For both groups, compared with the baseline measurement, a significant change was observed in Lac and PvaCO2 at 24 hours, 48 hours, and 72 hours after treatment (all ); however, no significant change was observed in ScvO2 after treatment (). In both groups, compared with the baseline, PvaCO2 showed a linear downward trend over the treatment time, and the effect of esmolol on PvaCO2 was only significant at 48 hours (), with no difference in the other time-points (). ScvO2 increased over the treatment time in the esmolol group and decreased over the treatment time in the control group (). Lac showed a linear downward trend over the treatment time, but the reduction was more significant in the control group at 48 hours (), with no difference in the other time-points between the two groups (), as illustrated in Table 4.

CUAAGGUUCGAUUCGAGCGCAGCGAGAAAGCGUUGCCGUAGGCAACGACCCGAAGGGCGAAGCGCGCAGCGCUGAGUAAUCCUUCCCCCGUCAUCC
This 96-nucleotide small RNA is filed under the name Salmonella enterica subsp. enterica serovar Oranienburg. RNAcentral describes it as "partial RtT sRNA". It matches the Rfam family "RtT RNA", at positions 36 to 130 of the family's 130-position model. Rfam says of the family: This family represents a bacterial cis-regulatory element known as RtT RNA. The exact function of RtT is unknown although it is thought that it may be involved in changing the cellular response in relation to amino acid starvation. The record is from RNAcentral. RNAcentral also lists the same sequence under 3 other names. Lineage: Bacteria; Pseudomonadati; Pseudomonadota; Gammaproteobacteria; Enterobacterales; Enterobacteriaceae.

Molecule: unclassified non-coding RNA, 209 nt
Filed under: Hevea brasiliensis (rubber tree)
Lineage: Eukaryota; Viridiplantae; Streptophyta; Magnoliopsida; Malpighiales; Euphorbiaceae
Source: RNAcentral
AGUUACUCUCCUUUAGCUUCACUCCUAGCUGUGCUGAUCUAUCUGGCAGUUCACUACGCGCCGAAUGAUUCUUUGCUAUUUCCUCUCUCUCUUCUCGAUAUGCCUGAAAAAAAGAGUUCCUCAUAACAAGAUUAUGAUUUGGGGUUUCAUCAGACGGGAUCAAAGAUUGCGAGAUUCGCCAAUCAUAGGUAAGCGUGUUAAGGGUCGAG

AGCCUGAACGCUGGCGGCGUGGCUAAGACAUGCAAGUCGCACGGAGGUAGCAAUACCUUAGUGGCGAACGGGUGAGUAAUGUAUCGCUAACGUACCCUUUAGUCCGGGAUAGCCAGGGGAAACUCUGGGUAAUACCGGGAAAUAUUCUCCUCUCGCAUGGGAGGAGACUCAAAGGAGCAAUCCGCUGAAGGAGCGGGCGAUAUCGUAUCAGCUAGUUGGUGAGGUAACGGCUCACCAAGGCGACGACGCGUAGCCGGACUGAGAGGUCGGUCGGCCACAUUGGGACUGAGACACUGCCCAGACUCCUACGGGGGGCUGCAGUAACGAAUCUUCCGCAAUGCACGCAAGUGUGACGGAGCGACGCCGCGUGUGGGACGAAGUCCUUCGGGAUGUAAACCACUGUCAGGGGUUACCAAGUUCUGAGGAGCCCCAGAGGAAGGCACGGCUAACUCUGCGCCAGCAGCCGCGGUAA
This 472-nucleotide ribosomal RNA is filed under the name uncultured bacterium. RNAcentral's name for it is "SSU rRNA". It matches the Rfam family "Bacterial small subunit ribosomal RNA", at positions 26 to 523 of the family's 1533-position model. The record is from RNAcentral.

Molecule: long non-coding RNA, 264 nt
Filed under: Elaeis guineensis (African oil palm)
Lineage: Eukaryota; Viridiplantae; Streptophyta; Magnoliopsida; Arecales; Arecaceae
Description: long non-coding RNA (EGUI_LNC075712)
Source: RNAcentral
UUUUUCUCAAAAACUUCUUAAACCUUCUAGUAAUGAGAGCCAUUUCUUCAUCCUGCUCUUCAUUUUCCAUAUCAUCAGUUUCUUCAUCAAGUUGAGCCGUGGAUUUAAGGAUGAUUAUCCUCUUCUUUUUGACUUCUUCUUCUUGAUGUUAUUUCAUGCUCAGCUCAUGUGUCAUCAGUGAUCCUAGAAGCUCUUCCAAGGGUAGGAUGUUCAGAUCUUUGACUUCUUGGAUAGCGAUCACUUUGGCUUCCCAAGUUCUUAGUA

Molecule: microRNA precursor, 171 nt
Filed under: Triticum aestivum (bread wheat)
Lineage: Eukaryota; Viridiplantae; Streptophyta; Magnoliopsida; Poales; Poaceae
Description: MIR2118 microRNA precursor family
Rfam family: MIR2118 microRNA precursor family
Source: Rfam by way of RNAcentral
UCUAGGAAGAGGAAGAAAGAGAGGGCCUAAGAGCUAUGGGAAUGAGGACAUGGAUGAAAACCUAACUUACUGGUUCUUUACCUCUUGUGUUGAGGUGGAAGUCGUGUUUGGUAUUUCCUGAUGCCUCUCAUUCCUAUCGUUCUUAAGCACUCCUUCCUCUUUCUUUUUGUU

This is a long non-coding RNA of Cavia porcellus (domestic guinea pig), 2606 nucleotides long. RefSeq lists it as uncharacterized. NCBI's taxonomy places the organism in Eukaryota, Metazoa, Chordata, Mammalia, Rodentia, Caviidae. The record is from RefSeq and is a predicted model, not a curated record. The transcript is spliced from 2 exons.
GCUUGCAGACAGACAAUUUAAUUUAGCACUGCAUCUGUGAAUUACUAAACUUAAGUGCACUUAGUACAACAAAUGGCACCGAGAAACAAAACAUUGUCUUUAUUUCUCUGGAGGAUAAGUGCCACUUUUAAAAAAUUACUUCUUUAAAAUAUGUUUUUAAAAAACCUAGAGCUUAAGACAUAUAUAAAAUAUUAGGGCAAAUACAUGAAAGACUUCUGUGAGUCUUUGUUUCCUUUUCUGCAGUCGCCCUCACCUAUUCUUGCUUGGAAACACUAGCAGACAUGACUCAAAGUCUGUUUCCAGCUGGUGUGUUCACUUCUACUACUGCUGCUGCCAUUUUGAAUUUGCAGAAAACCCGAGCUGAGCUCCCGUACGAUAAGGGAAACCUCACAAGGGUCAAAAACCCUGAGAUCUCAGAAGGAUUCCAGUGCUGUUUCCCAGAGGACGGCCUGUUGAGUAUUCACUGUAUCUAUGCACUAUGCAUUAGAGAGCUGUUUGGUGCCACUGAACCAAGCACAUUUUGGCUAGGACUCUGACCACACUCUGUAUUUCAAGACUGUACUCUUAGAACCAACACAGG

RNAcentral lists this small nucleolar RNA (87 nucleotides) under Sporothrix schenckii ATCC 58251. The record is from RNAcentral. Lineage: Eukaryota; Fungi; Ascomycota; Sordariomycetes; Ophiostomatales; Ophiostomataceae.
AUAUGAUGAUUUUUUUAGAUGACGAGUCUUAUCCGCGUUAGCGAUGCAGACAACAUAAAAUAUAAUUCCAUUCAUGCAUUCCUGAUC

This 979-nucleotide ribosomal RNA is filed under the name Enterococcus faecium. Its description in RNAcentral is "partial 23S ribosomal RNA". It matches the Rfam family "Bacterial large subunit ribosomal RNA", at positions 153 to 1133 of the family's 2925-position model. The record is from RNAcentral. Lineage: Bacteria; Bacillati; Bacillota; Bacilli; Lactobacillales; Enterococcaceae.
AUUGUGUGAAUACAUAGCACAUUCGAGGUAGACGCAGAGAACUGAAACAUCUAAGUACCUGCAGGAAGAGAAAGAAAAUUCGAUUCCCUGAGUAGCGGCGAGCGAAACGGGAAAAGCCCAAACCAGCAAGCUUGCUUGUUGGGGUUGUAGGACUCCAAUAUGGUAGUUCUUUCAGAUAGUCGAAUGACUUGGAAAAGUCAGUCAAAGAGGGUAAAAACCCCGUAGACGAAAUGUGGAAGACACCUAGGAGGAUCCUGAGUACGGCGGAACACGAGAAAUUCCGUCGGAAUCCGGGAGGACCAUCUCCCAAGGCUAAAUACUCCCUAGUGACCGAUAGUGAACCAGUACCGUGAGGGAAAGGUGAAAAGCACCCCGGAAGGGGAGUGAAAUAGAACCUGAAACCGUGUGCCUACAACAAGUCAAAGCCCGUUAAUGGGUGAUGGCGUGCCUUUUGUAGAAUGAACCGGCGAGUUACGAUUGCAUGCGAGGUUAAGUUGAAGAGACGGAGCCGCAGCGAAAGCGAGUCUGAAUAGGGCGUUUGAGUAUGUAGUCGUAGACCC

One-way analysis of variance with repeated measures between the two groups (Table 5) (significance level: ) showed a significant difference in PvaCO2 (), HR (), ScvO2 (), and fluid intake (). No significant difference was observed for MAP, CVP, IS, or Lac between the groups (all ).
The group comparison of prognostic indicators (Table 6) indicated that no significant difference was observed in the 28-day mortality rate between the two groups (5.3% [esmolol group] versus 7.9% [control group], ). A rank sum test showed a significant difference between the two groups with respect to ICU stay () and duration of mechanical ventilation (). Survival analysis (Kaplan-Meier analysis) showed no significant difference between the two groups in length of ICU stay (), as shown in Figure 1(a). However, the duration of mechanical ventilation was significantly shorter in the esmolol group than in the control group (), as shown in Figure 1(b).